Why you should celebrate a Green Diwali this year?

In April 2020, while the entire nation was under lockdown, something magical happened in New Delhi and it was enjoyed by everyone in the country’s capital.

Senior politician Sashi Tharoor best described the magical experience – “the blissful sight of blue skies and the joy of breathing clean air provides just the contrast to illustrate what we are doing to ourselves the rest of the time”

Seeing clear skies and breathing clean air are not so easy in the city of Delhi and that is the cause of Tharoor’s astonishment. After the lockdown, Stubble burning, among other reasons have now made the blue skies to fade.

Ban on Fire crackers

With Diwali just few days away, Arvind Kejriwal led Delhi-Government announced “In the wake of the rising pollution and coronavirus cases in Delhi due to the festival season, the Delhi government has decided to put a complete ban on the sale, purchase, and use of firecrackers in the city from November 7 to November 30”.

While this move is not going to be welcomed by the Delhi residents, it is considered by many as a needed measure. ‘Air quality worsens across India after Diwali’ will be the usual headlines seen and read in newspapers and media websites after Diwali. But this year, the Capital has chosen to make a difference. Like Delhi, few States have also consented to go green.

Odisha, Rajasthan, West Bengal, Haryana have announced ban on bursting crackers. While Odisha has banned the sale and bursting of crackers from November 10 and 30, Rajasthan has gone a step further and announced that a fine Rs.10,000 will be levied on the seller and Rs, 2000 on the buyer.

Karnataka was the latest one to announce a complete ban on crackers usage this year. “We are taking a decision to ban the use of firecrackers during Deepavali…The government will soon be issuing an order to this effect,” Karnataka CM B. S. Yediyurappa said on Friday (Nov 6).  (But the very next day, he said that green crackers are allowed due to unknown reason.)

But the most important thing we all should try to understand is smokes at such large volume can affect children, senior-citizens, pregnant women and particularly those who are recovering from COVID-19. We cannot ignore the fact that the nation already has seen so many people suffering lung related ailments induced by the novel coronavirus. It is very important that we go green for this year’s diwali and festive season’s celebration.

Livelihood of 8 lakh+ employees:

While the ban is good for the environment, it is certainly not going to be a good news to more than 8 lakh workers in Sivakasi who are involved in the manufacture of fire crackers. Chief Minister of Tamil Nadu Edapaddi K. Palaniswami wrote to Odisha CM Naveen Patnaik and Ashok Gehlot to reconsider their decisions.

Tamil Nadu produces mainly green crackers and therefore the question of environmental pollution does not arise. There is no empirical or validated data to demonstrate that the bursting of crackers has an effect on COVID patients…” Edapaddi K. Palaniswami said.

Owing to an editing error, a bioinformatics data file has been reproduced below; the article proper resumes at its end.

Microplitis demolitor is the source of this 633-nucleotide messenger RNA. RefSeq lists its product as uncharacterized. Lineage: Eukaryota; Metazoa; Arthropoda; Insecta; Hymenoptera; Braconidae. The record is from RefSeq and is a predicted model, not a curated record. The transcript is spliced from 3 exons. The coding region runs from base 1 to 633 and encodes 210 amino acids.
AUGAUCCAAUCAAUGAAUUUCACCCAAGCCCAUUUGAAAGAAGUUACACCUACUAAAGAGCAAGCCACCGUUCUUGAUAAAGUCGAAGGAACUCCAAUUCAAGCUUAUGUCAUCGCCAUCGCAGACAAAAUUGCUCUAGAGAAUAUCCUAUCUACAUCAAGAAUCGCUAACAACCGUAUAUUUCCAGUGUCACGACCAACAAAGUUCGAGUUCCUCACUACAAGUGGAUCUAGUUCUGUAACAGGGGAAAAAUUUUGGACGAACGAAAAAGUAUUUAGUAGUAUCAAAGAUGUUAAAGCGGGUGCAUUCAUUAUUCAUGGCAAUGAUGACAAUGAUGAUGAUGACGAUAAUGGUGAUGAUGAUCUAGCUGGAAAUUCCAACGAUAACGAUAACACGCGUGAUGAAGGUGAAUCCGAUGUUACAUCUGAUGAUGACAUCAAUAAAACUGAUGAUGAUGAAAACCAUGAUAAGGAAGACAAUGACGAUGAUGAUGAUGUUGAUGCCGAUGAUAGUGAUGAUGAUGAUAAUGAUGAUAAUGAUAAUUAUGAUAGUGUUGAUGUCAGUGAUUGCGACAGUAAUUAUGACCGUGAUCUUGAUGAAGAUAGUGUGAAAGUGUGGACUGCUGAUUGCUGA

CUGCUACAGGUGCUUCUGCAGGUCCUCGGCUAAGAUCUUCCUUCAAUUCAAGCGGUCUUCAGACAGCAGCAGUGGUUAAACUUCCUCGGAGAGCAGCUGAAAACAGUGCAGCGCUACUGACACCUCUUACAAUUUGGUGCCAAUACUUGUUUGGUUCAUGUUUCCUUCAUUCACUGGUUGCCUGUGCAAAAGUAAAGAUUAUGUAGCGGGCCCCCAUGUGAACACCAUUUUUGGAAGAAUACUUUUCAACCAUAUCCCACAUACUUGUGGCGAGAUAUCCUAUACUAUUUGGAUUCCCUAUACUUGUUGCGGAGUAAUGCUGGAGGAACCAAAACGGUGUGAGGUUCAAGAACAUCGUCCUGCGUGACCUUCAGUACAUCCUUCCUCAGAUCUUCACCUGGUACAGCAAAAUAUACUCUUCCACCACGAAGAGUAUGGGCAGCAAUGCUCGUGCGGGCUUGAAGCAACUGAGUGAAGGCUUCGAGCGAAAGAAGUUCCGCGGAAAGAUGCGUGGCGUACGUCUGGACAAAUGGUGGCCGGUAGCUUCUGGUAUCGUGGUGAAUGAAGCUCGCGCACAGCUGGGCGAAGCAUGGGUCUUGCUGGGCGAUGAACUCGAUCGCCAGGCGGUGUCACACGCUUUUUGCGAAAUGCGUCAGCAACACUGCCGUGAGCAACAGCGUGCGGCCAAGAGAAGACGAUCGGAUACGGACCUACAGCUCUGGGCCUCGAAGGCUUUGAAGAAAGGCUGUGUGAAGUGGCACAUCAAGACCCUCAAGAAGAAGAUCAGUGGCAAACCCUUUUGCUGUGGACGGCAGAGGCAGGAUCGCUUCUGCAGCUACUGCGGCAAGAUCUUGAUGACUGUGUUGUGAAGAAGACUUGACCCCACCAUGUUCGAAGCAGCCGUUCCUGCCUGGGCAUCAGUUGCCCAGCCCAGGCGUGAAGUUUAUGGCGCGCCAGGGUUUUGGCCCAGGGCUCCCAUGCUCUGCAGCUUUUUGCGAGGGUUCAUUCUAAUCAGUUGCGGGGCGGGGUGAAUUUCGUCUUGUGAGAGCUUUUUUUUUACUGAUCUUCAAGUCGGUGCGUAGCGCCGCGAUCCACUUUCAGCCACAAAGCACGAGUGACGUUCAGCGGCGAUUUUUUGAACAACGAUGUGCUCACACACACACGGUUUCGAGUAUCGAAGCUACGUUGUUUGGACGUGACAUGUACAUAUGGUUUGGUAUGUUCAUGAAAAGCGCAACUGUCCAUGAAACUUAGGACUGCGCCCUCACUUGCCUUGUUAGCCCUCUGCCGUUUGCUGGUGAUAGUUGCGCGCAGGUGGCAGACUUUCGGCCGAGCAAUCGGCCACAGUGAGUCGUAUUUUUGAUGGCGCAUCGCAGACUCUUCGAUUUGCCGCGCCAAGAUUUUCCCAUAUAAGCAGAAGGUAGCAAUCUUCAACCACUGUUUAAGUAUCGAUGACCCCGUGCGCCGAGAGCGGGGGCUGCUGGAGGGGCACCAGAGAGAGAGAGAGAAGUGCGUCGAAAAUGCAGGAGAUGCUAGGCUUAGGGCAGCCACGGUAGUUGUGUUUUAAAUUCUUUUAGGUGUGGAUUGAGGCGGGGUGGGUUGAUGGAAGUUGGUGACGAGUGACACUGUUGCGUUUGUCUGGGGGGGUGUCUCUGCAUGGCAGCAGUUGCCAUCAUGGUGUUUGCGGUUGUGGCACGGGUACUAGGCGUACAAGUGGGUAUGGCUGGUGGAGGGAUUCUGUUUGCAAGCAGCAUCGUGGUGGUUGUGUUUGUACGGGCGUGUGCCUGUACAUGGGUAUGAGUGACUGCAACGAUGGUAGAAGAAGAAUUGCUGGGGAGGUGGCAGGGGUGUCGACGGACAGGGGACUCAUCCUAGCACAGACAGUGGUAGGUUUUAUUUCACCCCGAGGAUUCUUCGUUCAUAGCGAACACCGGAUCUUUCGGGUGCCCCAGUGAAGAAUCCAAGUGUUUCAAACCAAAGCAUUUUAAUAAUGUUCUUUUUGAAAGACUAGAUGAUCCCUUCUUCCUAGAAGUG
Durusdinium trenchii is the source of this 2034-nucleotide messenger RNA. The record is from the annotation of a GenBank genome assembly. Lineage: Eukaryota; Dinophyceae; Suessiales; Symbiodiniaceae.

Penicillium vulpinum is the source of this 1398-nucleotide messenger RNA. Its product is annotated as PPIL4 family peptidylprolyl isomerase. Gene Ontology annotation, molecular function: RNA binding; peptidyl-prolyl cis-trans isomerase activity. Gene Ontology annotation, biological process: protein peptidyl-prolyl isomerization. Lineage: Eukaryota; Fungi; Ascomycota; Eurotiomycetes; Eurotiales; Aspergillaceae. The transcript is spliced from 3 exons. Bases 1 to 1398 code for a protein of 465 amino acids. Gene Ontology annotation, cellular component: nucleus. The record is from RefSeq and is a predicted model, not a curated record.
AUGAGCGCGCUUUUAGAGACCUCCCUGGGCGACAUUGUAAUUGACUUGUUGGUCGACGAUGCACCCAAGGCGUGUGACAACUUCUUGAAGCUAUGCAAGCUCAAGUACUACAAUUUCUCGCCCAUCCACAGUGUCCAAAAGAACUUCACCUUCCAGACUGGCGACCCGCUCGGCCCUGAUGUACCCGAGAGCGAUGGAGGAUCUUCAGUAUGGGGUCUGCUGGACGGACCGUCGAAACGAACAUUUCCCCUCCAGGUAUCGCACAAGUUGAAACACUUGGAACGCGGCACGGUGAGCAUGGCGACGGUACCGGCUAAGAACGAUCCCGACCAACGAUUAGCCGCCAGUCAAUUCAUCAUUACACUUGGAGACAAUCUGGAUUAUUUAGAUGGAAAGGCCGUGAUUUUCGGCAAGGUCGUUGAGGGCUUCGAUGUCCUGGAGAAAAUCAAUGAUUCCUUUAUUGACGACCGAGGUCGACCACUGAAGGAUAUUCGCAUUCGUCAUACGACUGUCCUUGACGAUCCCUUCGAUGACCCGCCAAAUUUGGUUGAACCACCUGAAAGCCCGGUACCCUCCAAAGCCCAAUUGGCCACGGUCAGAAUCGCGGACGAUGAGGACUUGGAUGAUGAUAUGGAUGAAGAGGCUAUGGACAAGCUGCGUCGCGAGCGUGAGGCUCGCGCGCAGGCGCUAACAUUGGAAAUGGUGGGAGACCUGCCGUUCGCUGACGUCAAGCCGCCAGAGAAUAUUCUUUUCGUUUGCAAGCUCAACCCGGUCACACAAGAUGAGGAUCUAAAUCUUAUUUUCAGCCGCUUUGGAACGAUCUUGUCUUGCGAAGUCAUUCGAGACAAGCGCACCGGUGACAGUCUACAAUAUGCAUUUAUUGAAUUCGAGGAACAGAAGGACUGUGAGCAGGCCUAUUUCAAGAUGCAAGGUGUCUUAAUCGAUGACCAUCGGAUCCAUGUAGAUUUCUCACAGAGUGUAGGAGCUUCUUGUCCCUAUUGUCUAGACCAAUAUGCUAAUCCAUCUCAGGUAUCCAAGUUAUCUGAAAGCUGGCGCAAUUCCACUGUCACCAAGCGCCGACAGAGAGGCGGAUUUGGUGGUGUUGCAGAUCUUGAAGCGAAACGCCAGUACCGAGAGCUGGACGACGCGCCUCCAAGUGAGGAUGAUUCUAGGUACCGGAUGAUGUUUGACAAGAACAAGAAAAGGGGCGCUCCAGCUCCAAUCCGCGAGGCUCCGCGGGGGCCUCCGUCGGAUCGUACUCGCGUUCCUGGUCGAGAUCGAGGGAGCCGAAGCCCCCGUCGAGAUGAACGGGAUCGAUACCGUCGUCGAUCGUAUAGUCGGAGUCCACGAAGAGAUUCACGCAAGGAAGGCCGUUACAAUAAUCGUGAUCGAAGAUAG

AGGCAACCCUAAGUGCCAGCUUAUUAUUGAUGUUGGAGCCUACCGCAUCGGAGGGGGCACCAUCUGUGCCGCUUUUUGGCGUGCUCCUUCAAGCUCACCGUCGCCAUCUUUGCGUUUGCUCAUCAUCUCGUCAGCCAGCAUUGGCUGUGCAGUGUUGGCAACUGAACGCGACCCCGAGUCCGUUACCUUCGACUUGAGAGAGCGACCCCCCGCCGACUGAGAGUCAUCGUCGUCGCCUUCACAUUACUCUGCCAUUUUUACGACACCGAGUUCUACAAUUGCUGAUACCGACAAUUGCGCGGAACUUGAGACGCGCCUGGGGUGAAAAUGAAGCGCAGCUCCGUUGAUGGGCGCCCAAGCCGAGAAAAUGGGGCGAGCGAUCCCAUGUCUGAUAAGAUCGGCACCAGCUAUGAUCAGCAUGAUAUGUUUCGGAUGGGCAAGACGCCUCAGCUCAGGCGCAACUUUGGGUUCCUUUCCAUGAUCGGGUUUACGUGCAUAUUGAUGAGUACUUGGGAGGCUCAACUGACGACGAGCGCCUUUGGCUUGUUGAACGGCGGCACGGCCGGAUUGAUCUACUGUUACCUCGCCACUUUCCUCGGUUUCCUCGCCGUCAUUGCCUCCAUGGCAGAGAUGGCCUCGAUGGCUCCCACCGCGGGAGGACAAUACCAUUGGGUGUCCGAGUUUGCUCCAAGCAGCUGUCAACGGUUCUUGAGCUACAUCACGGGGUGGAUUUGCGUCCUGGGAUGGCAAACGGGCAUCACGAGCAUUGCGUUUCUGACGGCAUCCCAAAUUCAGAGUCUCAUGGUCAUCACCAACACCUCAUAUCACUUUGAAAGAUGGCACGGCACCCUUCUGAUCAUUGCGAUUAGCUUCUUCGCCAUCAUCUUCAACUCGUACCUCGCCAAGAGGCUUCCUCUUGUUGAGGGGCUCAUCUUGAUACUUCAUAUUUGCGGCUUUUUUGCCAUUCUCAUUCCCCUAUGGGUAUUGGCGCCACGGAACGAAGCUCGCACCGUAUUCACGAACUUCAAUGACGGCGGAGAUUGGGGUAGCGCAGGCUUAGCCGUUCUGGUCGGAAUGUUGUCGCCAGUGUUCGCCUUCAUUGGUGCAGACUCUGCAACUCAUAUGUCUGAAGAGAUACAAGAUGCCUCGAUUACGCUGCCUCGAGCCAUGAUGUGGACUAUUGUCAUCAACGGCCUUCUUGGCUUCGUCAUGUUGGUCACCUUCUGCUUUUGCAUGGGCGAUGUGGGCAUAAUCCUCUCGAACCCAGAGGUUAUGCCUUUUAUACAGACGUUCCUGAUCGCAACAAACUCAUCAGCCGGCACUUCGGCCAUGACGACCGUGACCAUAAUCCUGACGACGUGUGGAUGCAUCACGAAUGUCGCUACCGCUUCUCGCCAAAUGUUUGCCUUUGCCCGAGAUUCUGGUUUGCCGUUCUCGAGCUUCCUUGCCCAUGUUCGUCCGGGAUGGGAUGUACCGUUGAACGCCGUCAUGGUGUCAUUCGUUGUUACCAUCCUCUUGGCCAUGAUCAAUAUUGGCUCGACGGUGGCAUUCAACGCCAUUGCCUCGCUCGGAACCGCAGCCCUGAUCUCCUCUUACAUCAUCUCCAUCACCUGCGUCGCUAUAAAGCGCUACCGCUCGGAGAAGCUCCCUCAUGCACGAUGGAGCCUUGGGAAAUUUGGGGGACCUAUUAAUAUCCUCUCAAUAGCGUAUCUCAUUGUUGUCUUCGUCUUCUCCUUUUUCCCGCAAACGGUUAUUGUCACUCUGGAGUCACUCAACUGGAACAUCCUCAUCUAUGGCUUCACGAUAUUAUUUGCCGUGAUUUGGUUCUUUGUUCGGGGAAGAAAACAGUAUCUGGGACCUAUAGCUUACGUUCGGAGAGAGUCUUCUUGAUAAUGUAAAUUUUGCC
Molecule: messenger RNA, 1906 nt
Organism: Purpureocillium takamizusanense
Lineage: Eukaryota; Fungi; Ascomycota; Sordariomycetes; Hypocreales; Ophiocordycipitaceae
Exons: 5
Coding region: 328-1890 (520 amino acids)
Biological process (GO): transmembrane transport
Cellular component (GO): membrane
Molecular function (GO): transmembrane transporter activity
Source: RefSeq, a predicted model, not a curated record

Sivakasi is the town that manufactures fireworks for the whole nation, and its scenario does not look bright this year. Though green crackers (fire crackers that cause low emission and sound) somewhat seem to cause lesser disturbances to environment, it is still going to hurt it none the less.

Complete ban on fireworks everywhere will have serious impact on the fire cracker industry dependent people (proprietor, employees, store-runners). “Their livelihood (the workers’) solely depends on the sale of crackers during Deepavali season. The ban on bursting crackers in your State can have a direct bearing on the livelihood of over 8 lakh workers in the State of Tamil Nadu and another equal number of people engaged in its sale,” the CM further had said in the letter to his counterparts.

How we can help?

The sales volume shoots up at Diwali because crackers have become an exclusive element of this festival. People mostly burst them on this day than on any other time of the year. Instead of every one indulging in it at the same day, if a great number of people chose to reduce their love for crackers on Diwali and burst them on any other occasion, at a very little quantity; there are chances to cut the pollution levels.

In Tamil Nadu, 2 hours have been set aside for bursting crackers (6 a.m. to 7 a.m. and 7 p.m. to 8 p.m.) It is the wish of an individual to burst or rest crackers on Diwali. But if many of us could light more Diyas and reduce the usage of crackers on Diwali, it has high chances to cut the damage percentage.

On the employees’ side, now that the migrant (or) guest workers are in their hometown and their return is not a surety; if few of these employees could be trained and provided the vacant-jobs, it could help them change their life. They need skill-training. The government can arrange that. It could announce a massive skill-training for them and provide the trainees stipend.

Some of them could be given skill-training in making handicraft items. The govt can facilitate a market for them, make campaign or anything in its power to make a progressive change.

The employees don’t have an alternative and hence they stick to the fire-cracker industry. When they are empowered with another skill, they will have hope on their side. While we cannot ask for complete closure of the cracker industry, we can give a new way for the employees to walk on.